May Twenty Ninth: 1997, Middle School Fragments and Other Natural Disasters

Ryan Heller
I walked into Walter C. Young Middle School for the first time in almost twenty years. I was in Pembroke Pines to visit my parents and wanted to make an AA meeting that night. Fate directed me to a meeting at my alma mater, the place where it all started. Where the cracks began to form in my little interior.

I parked in the cul-de-sac lot in front of the school, walking anxiously through the front gate. A seed of nervous energy planted itself firmly in my belly, quickly spreading its branches through my veins and into my bloodstream.

Immediately I became that kid, walking the halls with a tension and vulnerability that was almost debilitating. Past the cafeteria where kids threw things at me as I sat on the bleachers alone. Past the common area where I would watch the goth kids draped in black and eyeliner, so curiously wanting to fit in. I could still see the flannel shirts, Smashing Pumpkins concert T’s, graffiti marked Jansport backpacks, boys with long hair parted down the middle.

And me.

An eleven year old kid. Scared. Insecure. Wanting to be cool but not knowing exactly how to make that happen. By that point I had been in several theatre productions, so I knew how to act. I could be anybody. Mimic the goth kids, dress like the grunge kids, talk like the ones who listened to rap and had a free pass to popularity. Back then you were defined by the kind of music you listened to. Goth was Marilyn Manson, Alternative was Nirvana, the Bassers listened to Biggie and Tupac.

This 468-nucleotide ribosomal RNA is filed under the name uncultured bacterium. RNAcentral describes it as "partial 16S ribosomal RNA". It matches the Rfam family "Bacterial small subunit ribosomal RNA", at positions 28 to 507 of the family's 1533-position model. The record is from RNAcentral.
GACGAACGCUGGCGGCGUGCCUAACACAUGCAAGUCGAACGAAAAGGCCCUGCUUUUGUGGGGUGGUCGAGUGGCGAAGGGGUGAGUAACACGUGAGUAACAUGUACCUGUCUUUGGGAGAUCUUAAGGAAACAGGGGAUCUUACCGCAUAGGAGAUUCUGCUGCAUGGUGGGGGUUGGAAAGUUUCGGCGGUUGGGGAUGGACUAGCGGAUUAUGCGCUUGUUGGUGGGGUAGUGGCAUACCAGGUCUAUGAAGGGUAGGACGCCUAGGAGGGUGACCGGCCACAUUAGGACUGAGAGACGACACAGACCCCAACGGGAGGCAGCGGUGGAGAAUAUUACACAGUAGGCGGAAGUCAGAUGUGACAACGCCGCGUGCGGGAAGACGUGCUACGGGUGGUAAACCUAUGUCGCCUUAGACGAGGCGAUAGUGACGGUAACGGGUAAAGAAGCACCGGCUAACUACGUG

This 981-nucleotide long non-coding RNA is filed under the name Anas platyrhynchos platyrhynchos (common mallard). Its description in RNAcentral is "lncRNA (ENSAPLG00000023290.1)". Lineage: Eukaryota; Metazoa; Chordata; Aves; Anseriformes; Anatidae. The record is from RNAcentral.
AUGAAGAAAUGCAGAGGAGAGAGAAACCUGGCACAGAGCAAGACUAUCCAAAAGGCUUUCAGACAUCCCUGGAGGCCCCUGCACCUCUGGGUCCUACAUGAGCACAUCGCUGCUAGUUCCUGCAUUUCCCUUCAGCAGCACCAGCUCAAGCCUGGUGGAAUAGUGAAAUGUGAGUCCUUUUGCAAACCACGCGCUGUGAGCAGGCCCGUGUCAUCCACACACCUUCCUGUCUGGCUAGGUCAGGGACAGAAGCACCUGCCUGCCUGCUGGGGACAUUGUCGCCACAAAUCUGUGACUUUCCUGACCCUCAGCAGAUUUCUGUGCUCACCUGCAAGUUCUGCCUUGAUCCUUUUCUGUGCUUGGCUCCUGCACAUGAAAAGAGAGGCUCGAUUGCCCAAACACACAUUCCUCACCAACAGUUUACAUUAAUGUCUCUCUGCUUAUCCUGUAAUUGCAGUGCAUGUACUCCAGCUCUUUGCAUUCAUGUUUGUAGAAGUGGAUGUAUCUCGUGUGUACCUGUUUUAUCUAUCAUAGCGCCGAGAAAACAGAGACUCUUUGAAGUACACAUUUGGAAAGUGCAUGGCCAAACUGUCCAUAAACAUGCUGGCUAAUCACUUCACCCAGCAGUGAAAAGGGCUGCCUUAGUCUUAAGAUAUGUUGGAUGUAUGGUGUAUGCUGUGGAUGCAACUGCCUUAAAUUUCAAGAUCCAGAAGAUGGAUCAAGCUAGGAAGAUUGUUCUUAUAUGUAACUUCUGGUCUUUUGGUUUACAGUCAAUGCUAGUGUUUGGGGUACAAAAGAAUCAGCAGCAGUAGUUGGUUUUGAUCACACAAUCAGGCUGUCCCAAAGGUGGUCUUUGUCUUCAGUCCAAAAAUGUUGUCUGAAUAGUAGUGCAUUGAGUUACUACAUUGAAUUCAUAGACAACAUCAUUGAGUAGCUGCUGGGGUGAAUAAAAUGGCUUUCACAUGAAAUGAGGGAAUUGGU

And me.

I didn’t really fit into anything, although I certainly tried. I never had that innate sense of cool or developed the social skills that could carry me through cliques. I got nervous before speaking, was generally at a loss for words, and had really no friends to latch onto. I mainly communicated with adults or, if applicable, their children. But even when I was with their kids, I tried bringing them into my world. Detached and lost in fantasy.

I made my awkward attempts. I would occasionally wear all black to gain attention from the goth kids, but it was usually a black pocket tee from the Gap and some fairly lame black jeans from Old Navy. Dry and parted brown hair. No metal chains or eyeliner to speak of. Most likely a pair of sneakers to really amp up the epic fail.

Then I would try following suit behind the grunge kids. I’d listen to one Nirvana song. Wear my father’s hand-me-down flannel, oddly paired with a University of Miami shirt and faded Gap jeans. I believe my only pair of Airwalks began to make an appearance around that time. A total mismatch of style, which only aided in isolating me that much more.